• Mr. Fanservice: Issue 2 has a good amount of Mister Terrific shirtless and working out.
  • Mood Whiplash: Similar to Mister Miracle using the ham-tastic narration from the original run by Jack Kirby, Strange Adventures has characters speaking more bombastically in the flashbacks while the present-day counterparts speak much more casually.
  • Mythology Gag: The two frogs Aleea has (had?) in Issue 5 are based on her dad's pet frogs Stranger and Strangest, who have only ever appeared in the DC Super-Pets Character Encyclopedia.
  • My God, What Have I Done?: As if accidentally killing her husband in a Gun Struggle wasn't bad enough, Alanna ends the series distraught that everything she had fought for alongside him in the name of Rann — including committing several heinous war crimes — was all based on a great big lie that took advantage of her love and trust in him. The series also ends revealing that she was responsible for writing Adam's memoir, romanticizing it into the glorious Space Opera about a pure hero that saved the world, because to her, that's who Adam really was — the obvious implication that this is something they can never go back to thinking.
  • Never Found the Body: At the end of issue 6, Mr. Terrific asks where Alanna where she and Adam buried Aleea. Alanna says there was no body and they just built a small monument in her honor.
  • Persona Non Grata: By issue #9, with Adam's war crimes revealed to the public, he ends up expelled from the Justice League. He's really not happy that his longtime comrades hung him out to dry at his lowest point, even calling out Superman for rejecting him during his time of need before the war escalated, even after he begged him to help save one of his home planets.
  • Planetary Romance: While the story is way more gritty and mundane the closer you get to the present, the flashback segments start off as this, with Adam and Alanna roaming Rann in search of tribes to unite against the Pykkts. From there, the two encounter various tribes of zany alien races, enduring trial after trial as they rally the planet together in preparation for war. Even the dialogue present for the scenes is much more dramatic and Silver Age-y than what we see in the present day.
  • Postmodernism: The series dips into this, with the most obvious giveaway being that the memoir of Adam's tales that provokes the discussion on Adam's past influencing his present is Strange Adventures itself. Much like the in-universe book, this series is meant to raise questions on the nature of Adam Strange as a character while contextualized within various stories of his, juxtaposing the glamorous side of his Space Opera plights to the darker reality they don't generally want audiences to know about or question, overall painting him as a man between the stories he pushes onto others versus the stories that others will ultimately tell about him.
  • Precious Photo: Adam has one of him with Alanna and their late daughter, Aleea. The same photo is shown in bigger resolutions in later issues, with the high fidelity showing them showered among red flower petals, but when shrunken down, it looks like it's splattered with blood...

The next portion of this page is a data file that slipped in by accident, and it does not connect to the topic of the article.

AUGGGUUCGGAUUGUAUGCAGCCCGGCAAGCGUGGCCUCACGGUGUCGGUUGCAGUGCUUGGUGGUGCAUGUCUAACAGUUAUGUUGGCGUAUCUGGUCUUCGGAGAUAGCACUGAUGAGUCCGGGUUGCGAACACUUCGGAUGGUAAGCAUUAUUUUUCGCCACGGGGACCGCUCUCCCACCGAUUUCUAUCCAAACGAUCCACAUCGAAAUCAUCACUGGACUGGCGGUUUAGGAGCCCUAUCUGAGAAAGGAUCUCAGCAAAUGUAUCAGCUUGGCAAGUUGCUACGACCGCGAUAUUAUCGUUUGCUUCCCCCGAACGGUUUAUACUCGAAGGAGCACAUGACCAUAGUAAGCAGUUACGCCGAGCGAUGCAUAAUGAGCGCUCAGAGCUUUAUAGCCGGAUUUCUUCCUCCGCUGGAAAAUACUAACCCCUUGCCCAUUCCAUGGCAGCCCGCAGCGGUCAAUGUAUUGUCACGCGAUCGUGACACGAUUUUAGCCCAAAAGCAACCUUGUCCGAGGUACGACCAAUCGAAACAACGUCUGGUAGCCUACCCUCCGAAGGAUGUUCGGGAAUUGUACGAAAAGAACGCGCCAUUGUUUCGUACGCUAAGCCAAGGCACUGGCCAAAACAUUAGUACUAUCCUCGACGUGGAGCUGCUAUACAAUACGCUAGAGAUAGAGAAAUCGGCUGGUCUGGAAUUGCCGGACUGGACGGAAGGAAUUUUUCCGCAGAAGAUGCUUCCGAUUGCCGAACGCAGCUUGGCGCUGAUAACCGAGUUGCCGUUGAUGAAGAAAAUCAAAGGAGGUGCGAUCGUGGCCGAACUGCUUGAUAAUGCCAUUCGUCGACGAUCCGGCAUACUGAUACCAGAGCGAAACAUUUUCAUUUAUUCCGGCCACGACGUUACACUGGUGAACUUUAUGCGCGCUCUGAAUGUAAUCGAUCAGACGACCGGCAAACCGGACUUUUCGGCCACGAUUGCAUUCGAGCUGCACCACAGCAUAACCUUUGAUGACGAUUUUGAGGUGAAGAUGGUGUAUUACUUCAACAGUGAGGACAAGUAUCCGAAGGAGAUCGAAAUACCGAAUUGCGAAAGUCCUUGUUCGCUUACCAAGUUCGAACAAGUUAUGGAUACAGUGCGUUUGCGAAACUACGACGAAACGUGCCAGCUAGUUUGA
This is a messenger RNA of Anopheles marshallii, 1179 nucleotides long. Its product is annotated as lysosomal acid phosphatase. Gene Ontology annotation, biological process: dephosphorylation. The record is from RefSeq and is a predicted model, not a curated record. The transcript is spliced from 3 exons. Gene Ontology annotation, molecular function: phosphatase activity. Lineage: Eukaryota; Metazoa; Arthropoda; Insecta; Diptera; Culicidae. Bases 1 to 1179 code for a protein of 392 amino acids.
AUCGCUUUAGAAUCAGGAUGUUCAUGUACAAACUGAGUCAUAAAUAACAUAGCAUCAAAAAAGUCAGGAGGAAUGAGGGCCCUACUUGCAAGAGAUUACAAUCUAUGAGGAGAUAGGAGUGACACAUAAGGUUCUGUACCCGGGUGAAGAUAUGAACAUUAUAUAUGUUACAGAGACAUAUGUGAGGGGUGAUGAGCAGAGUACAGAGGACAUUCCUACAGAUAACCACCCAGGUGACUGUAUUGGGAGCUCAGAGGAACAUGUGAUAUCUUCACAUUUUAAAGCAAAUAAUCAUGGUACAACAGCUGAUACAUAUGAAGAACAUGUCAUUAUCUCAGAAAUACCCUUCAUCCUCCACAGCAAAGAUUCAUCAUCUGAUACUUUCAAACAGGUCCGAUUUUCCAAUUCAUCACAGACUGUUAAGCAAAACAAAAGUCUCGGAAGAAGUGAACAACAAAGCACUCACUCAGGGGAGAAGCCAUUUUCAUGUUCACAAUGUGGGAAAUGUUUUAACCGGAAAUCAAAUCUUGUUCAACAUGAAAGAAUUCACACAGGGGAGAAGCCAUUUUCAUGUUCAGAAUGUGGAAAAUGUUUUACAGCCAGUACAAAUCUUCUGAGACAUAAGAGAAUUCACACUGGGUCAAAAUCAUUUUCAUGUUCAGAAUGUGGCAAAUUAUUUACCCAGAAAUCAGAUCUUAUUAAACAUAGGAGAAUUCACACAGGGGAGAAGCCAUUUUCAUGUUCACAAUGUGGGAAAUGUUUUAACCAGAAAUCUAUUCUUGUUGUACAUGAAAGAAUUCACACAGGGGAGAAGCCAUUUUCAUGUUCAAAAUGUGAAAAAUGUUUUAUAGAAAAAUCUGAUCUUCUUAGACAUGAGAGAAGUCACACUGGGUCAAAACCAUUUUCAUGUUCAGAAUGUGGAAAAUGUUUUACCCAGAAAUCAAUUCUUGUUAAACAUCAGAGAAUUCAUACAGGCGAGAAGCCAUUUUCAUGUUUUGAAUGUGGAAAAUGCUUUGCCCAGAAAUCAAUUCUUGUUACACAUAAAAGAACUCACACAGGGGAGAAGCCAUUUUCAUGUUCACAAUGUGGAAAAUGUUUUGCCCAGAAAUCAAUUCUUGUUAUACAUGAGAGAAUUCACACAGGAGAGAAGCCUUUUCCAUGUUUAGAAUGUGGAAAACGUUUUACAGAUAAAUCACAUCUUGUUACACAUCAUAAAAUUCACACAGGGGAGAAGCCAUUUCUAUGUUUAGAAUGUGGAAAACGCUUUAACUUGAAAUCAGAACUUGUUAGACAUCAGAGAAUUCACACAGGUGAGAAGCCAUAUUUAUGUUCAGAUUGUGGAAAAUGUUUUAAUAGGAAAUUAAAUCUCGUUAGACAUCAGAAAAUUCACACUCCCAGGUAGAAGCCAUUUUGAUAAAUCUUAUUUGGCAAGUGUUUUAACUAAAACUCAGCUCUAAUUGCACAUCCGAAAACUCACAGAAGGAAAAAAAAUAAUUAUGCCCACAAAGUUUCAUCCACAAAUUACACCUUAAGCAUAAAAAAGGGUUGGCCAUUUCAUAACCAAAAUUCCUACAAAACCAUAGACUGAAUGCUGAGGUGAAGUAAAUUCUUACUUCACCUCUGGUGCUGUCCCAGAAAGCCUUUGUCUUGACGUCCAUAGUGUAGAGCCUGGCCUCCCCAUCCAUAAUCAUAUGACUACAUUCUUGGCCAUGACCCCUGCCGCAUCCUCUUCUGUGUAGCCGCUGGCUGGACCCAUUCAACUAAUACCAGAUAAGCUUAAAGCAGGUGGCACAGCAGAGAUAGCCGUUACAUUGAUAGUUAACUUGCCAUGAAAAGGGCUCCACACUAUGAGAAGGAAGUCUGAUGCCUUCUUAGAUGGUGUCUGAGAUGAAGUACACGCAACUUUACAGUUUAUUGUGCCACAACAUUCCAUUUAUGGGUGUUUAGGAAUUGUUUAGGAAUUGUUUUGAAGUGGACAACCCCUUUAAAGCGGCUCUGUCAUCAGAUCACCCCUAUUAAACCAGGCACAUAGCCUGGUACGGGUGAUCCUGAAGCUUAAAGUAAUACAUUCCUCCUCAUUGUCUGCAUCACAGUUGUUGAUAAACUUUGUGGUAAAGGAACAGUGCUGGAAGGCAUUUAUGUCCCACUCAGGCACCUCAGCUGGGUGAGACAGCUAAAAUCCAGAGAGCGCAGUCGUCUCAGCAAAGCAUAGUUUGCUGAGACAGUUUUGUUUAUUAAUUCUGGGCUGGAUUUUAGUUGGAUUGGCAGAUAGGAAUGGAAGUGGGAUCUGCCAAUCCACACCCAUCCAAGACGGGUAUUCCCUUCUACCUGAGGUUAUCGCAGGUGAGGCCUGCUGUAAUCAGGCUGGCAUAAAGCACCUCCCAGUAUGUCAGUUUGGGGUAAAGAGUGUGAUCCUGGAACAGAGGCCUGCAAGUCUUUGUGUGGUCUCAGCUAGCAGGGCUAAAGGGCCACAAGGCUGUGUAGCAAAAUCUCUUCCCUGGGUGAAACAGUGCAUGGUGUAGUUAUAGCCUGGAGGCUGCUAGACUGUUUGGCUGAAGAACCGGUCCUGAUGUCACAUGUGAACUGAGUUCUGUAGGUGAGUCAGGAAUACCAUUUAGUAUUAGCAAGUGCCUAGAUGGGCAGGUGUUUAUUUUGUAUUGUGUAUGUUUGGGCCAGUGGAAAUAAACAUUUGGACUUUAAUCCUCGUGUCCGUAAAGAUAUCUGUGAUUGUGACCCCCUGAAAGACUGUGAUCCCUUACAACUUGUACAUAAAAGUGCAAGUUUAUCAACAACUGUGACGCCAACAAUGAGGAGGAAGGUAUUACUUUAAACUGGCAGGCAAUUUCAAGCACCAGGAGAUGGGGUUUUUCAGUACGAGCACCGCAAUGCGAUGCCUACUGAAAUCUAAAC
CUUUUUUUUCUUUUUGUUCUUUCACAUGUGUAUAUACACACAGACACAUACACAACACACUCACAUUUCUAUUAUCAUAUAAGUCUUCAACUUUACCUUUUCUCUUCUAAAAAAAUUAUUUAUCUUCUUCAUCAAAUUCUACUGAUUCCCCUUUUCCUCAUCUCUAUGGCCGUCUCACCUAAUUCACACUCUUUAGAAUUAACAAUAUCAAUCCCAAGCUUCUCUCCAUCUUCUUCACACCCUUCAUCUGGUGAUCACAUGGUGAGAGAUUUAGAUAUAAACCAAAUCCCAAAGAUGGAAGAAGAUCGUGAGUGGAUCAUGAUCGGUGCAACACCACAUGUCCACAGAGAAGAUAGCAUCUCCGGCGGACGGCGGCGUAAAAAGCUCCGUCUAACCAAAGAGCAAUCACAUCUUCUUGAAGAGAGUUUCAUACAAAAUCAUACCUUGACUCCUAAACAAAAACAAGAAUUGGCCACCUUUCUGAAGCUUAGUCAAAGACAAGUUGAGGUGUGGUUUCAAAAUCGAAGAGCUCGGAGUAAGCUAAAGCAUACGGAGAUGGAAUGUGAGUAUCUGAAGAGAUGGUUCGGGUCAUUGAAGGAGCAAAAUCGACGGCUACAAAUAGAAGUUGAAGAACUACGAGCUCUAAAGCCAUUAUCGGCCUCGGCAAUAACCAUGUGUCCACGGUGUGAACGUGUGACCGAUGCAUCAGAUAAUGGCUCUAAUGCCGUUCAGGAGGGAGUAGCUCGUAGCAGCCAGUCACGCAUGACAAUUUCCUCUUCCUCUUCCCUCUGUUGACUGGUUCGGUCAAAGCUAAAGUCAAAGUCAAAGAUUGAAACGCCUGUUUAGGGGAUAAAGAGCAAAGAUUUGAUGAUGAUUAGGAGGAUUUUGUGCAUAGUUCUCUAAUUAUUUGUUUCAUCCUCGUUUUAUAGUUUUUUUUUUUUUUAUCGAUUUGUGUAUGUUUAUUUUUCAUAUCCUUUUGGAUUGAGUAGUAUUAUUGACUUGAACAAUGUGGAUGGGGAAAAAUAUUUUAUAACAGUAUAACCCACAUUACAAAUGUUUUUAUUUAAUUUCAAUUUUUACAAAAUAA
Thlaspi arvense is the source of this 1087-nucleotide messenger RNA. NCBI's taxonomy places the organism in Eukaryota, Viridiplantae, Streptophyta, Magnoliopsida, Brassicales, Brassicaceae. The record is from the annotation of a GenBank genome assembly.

• Precision F-Strike: Like most of Tom King's work, characters swear, but they're almost always censored as per personal preference (Symbol Swearing is so ingrained in the medium of superhero comics for him that averting it would feel wrong). However, we get a very pointed exception during issue #5: as the Justice League make their statement to Washington regarding the Pykkt's burgeoning invasion on Earth, a chairman expresses comfort towards the likelihood that their heroes will be able to fend them off. Alanna — having seen firsthand just how devastating the Pykkts are and knowing just how bad it's going to get for Earth — calls him out succinctly:
    Chairman Whitcomb: It is a... blessing, really, to have you and General Kannagher here to share with the American people that this is not a time for panic.
    Alanna: Bullshit.
    Chairman Whitcomb: Uh... I'm sorry... I don't... excuse me?
    Alanna: I said. Bullshit.
  • Recursive Canon: Adam Strange's memoir that kickstarts much public discourse on his life is... Strange Adventures. We can even see its front cover, and it's the same Doc Shaner cover art used for this series' first issue.
  • Red Herring: In the first few issues, Alanna is played as much more aggressive regarding the allegations made towards her husband than Adam himself, being way more defensive of his (publicly undisclosed) actions on Rann and pushing the idea that the murder of the angry book store critic was a Pykkt Frame-Up. This might raise some red flags to suggest that she's got devious motives and plans in store regarding Adam, also suggesting she did the murder, but neither of these turn out to be true — the man really was murdered by Adam all along (though he insists it was a terrible misunderstanding in a moment of weakness), and while it's revealed that she was complicit in encouraging and committing war crimes against the Pykkt, Adam made the orders to begin with, and built on a secret exchange he never shared to her.
  • The Reveal: Quite a few.
    • Issue 2: Mr. Terrific bluntly tells Batman that Aleea isn't dead, much to the latter's surprise.